The man he interviewed had only been homeless for a few months as a result of economic issues. He had sent out 250-300 job applications in the last few months. “I had this feeling of helplessness. I just wanted to help him and see him get back on track.”
Potochnik said he’s lucky because if his life took a bad turn, he could depend on his family. But he knows people in school who aren’t as fortunate. “You can see how people become homeless. It’s not as dramatic as we make it out to be. It can be as simple as having bad luck, or having a medical illness or losing a job. They’re not that different than us.”
About 150 hours of research and more than 30 hours of recordings have been condensed into a 75-minute play set in Hemming Plaza. Actors and some of the students will perform a staged reading without costumes or sets. “We can maximize our message by minimizing the rest,” Raiford said.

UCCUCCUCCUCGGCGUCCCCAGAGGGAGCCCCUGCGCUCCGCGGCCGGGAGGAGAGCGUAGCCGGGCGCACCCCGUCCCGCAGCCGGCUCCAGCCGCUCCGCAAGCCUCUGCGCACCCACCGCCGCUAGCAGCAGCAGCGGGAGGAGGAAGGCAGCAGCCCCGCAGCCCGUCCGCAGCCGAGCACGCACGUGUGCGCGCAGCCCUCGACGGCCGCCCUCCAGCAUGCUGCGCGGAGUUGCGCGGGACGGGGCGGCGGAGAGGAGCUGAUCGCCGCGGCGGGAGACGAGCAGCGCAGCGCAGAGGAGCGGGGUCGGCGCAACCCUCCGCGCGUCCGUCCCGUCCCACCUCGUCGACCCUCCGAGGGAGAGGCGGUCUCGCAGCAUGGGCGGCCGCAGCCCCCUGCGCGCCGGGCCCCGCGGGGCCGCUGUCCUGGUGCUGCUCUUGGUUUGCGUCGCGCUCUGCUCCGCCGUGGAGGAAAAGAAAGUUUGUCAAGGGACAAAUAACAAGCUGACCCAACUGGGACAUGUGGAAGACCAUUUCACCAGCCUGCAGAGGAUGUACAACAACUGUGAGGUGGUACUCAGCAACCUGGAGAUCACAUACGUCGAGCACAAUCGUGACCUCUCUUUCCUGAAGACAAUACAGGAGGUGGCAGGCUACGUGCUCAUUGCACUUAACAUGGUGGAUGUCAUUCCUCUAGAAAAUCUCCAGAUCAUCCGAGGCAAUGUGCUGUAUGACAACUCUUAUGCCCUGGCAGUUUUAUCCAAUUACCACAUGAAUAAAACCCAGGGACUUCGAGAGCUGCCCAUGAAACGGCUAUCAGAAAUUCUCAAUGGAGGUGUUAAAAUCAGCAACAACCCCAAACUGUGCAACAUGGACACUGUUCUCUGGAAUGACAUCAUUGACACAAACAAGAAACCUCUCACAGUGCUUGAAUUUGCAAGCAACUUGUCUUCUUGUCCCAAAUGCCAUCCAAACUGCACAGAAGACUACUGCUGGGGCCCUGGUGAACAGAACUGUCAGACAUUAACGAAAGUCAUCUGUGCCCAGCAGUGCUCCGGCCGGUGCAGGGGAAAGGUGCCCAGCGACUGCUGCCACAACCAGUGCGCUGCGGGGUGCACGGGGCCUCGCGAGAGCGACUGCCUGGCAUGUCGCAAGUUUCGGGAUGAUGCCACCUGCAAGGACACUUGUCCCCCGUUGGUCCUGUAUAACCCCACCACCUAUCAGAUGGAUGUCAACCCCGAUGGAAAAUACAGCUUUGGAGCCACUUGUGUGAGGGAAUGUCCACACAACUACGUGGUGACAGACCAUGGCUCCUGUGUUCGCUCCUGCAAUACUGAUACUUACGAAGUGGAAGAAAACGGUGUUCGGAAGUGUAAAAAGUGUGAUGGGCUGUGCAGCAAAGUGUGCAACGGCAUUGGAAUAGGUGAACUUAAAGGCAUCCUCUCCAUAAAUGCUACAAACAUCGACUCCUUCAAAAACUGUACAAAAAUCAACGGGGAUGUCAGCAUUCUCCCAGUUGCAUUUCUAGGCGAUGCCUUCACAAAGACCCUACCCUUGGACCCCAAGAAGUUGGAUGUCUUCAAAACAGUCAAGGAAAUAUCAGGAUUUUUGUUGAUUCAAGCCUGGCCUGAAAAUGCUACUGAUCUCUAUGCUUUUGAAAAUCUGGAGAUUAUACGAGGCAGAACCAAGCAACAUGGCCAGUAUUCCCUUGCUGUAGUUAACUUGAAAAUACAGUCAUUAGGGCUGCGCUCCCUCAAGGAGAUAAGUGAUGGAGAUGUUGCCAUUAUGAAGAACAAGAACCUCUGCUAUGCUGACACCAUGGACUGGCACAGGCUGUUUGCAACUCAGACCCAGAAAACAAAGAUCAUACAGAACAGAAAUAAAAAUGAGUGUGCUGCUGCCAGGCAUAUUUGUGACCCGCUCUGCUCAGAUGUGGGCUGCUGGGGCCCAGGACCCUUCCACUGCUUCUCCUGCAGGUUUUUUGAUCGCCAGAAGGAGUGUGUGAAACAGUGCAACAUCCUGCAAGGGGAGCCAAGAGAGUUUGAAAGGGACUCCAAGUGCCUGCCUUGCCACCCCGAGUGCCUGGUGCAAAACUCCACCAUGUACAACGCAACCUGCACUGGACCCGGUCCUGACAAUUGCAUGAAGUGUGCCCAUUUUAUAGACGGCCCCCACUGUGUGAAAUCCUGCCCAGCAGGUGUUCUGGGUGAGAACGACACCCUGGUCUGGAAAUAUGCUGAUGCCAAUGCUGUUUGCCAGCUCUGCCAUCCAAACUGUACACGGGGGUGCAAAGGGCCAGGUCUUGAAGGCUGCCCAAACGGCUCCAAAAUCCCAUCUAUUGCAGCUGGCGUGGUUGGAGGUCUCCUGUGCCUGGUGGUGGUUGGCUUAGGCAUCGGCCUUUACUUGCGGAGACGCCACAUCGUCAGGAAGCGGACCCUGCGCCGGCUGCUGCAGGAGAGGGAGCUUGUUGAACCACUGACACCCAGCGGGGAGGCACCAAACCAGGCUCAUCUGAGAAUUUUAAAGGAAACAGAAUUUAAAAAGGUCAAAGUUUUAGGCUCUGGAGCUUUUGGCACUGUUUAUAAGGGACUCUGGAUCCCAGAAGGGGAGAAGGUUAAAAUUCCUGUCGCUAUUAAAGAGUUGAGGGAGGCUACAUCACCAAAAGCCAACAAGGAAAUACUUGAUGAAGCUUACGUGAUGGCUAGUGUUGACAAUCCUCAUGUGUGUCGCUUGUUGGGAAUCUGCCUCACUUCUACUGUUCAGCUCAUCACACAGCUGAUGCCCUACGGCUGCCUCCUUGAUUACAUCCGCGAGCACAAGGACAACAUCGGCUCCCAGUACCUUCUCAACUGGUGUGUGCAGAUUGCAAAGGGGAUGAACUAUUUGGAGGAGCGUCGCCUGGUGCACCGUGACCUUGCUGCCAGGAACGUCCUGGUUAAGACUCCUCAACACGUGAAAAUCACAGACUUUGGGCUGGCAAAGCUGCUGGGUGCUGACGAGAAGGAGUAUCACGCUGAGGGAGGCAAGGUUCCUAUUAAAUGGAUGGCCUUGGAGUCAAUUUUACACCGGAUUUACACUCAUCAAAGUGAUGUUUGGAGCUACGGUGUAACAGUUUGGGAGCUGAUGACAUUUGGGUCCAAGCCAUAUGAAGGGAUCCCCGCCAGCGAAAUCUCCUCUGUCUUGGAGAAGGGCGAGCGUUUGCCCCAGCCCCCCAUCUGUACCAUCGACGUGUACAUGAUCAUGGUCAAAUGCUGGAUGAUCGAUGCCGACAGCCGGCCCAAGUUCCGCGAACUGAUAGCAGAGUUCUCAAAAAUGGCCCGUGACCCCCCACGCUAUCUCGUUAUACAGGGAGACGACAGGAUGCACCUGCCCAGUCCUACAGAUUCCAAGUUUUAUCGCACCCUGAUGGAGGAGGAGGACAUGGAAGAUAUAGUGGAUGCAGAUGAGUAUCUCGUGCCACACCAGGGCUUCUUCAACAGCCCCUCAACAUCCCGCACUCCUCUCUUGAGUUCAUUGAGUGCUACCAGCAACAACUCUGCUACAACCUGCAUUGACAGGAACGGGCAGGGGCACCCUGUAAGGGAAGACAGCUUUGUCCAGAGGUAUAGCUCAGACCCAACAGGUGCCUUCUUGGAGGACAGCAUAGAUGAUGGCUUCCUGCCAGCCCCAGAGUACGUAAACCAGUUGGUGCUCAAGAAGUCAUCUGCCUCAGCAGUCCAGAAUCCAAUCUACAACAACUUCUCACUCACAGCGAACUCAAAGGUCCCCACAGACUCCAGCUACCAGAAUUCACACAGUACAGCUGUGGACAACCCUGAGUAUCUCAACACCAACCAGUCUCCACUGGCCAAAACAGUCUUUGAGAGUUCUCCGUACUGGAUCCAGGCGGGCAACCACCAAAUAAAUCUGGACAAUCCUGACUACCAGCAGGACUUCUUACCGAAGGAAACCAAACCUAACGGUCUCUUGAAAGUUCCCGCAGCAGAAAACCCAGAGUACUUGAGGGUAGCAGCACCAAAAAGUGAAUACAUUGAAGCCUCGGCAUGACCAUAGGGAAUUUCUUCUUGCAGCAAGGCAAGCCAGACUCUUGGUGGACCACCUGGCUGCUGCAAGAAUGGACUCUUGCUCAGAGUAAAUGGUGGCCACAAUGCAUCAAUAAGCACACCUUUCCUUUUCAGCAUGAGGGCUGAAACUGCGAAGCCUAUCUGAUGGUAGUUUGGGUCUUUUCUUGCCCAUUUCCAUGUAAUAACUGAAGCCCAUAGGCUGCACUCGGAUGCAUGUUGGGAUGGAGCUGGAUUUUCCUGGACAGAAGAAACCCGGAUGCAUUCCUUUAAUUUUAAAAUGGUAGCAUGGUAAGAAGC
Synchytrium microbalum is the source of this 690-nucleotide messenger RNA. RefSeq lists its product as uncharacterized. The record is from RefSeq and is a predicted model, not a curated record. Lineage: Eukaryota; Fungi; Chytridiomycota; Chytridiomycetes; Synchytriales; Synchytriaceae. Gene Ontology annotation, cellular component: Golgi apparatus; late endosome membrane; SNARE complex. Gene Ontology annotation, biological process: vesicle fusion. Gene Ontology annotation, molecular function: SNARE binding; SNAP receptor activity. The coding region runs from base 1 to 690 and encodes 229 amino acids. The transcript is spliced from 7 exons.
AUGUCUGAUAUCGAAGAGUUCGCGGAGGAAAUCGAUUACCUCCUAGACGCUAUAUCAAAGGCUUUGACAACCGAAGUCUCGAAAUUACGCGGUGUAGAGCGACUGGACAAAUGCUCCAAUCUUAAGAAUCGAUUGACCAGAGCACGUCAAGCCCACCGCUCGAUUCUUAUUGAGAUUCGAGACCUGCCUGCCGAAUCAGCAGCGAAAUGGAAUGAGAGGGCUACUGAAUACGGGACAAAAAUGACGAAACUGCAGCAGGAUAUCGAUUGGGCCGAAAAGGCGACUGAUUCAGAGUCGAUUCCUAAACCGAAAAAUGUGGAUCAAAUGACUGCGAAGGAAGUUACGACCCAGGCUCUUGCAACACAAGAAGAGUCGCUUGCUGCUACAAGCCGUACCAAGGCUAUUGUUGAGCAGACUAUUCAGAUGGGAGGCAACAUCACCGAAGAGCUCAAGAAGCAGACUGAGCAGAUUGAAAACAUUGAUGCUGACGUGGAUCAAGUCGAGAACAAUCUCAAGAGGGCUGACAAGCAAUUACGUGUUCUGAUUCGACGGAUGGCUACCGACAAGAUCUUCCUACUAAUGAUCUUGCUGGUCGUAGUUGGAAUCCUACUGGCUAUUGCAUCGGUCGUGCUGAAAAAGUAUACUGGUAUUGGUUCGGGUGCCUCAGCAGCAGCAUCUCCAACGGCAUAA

Some of the homeless individuals interviewed will attend the Dec. 6 performance, which will be followed by a discussion and feedback. Monteleone said she hopes the performances provoke changes in attitudes like the ones she saw in her students.
When Monteleone asked one of her students why he was afraid of the homeless, his response spoke volumes. “If I allow myself to see all the problems in my community are real, then I’m going to have to do something about it.